College student with blood in the stool In April last year, Li, a freshman in a university, accompanied by his parents to the outpatient clinic and asked for a colonoscopy. I checked the medical history and said that he often had blood in the stool. He has been treated as hemorrhoids, but the symptoms of hemorrhoids have become worse recently. However, the colonoscopy the next day announced a cruel fact: Li had bowel cancer in the sigmoid colon. Further examination revealed that the cancer had spread to the pelvic cavity and the opportunity for radical resection had been lost. When the patient finished the examination, the mother who had endured the grief for a long time could no longer bear it, tears fell on the child's hand.
Impatient: Preventing colorectal cancer in young people without delay
In recent years, the incidence of colorectal cancer has increased year by year, and there is a trend of younger generation. There is a shocking statistical data. Foreign literature reports that colorectal cancer patients younger than 30 years old account for 1% of the total number of colorectal cancers, while data from China shows that it has exceeded 10%.
Four characteristics of young people with colorectal cancer:
One is that early detection is less. The digital rectal examination is not included in the routine physical examination options. Young people are not vigilant about the disease, and young women are even more ashamed of the examination. The diagnosed patients are 50% to 80% of the patients in the middle and advanced stages. Once diagnosed, almost all patients are in the middle and late stages.
The second is the high degree of malignancy. Among young people diagnosed with colorectal cancer, more than 60% have metastasized.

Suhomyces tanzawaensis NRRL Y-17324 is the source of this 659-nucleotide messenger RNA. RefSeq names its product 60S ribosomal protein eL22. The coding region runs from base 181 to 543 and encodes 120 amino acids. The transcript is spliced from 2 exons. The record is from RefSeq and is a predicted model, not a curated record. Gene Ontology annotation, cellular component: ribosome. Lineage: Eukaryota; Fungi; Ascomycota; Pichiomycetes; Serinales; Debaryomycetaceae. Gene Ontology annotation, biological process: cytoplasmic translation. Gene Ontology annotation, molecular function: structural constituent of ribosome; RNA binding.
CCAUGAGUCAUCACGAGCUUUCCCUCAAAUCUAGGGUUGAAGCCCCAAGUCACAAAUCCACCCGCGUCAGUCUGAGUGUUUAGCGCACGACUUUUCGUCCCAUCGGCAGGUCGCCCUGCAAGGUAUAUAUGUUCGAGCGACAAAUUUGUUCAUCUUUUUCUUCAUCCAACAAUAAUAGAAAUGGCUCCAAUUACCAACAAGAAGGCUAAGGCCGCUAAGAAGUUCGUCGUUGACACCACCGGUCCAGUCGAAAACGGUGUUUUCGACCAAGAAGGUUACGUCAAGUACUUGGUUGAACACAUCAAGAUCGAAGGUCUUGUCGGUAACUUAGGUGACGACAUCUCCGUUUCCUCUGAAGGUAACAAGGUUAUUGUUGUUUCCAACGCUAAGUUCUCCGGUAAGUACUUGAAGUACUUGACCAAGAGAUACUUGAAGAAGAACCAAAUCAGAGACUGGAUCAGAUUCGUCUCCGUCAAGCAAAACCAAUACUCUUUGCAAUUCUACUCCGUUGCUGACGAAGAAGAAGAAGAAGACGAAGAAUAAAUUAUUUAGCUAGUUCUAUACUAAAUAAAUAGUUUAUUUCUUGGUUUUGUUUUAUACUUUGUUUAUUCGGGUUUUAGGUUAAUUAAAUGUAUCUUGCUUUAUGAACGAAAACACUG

Third, there are many missed diagnoses. Clinical statistics found that the average time for colorectal cancer patients under 35 years old from feeling unwell to seeing a doctor and finally being diagnosed is 5 to 15 months, and 70% of patients are misdiagnosed as hemorrhoids, enteritis, and intestinal worms.
Fourth, there are many invasive cancers. The so-called infiltration refers to the ability of cancer cells to spread to surrounding or deep tissues. Compared with colorectal cancer of middle-aged and elderly people, colorectal cancer of young people has poorer differentiation (immaturity) of cancer cells and strong infiltration ability. It is easier to spread, so the prognosis is worse, and its 5-year survival rate is only 1/4 of that of middle-aged and elderly patients with colorectal cancer.
People with blood in the stool, frequent diarrhea, abdominal pain, and family history should be alert
1. Blood in the stool: Be careful with blood in the stool for more than a week. Blood in the stool is common in some young people with irregular diet and constipation. Most people will self-diagnose hemorrhoids and are ashamed to go to the hospital, especially some unmarried women. This is understandable, but one principle must be mastered: if there is bleeding a week after the medication, or if the symptoms recur after the medication improves, you must go to the hospital in time. Distinguish between colorectal cancer and hemorrhoids: The early symptoms of colorectal cancer have many similarities with hemorrhoids, so it is important to distinguish colorectal cancer and hemorrhoids early. The common point of colorectal cancer and hemorrhoids is blood in the stool, but there are three main differences: one is the increase or irregularity of the stool frequency of patients with colorectal cancer, while the hemorrhoid patients generally do not increase the frequency of stool; the second is bleeding and bleeding The condition is different. Colorectal cancer bleeding, blood and stool are often mixed together, causing more bleeding, while hemorrhoids bleeding usually occurs before or after stool, and the amount of bleeding is small; third, colorectal cancer develops to a certain degree, usually abdominal pain, but hemorrhoids will not stomach ache. Of course, it is best to go to the hospital and consult a doctor as soon as you discover a problem.